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Situated on an island in the Niger Inland delta with a population of around 10,000, Djenné is one of Maliís pre-eminent tourist attractions. Named a World Heritage Site in 1988, the city has taken great care to preserve its Sudanese style mud architecture, including the world-famous mosque. Here one can feel what sub-Saharan Africa must have been like a century ago. At one time, Djenné competed with Timbuktu as the western Sudanís pre-eminent center of trans-Saharan trade and Islamic scholarship. Now it is more of an agricultural and tourist town.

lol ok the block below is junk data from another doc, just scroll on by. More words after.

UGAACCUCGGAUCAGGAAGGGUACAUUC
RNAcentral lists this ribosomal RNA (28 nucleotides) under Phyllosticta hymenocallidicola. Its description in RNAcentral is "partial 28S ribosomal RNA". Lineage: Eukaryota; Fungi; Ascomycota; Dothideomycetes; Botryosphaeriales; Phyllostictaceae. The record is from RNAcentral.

Djennéís most famous (and dominating) site is the mosque. It is actually the third mosque built at the site. The first mosque was built by the Soninke king Koï Kounboro who destroyed his palace in the 13th century for its construction. The second mosque was built in 1834 after the first one was left to decay when it became "contaminated" by evil practices. The present mosque, built in 1905, is in the style of the original mosque. Three towers, each 11 meters high and topped with an ostrich egg, can be seen from quite a distance. In fact, the mosque is the world's tallest and largest mud structure Every year it is resurfaced with mud after the rainy season ends. ... Click here for more.
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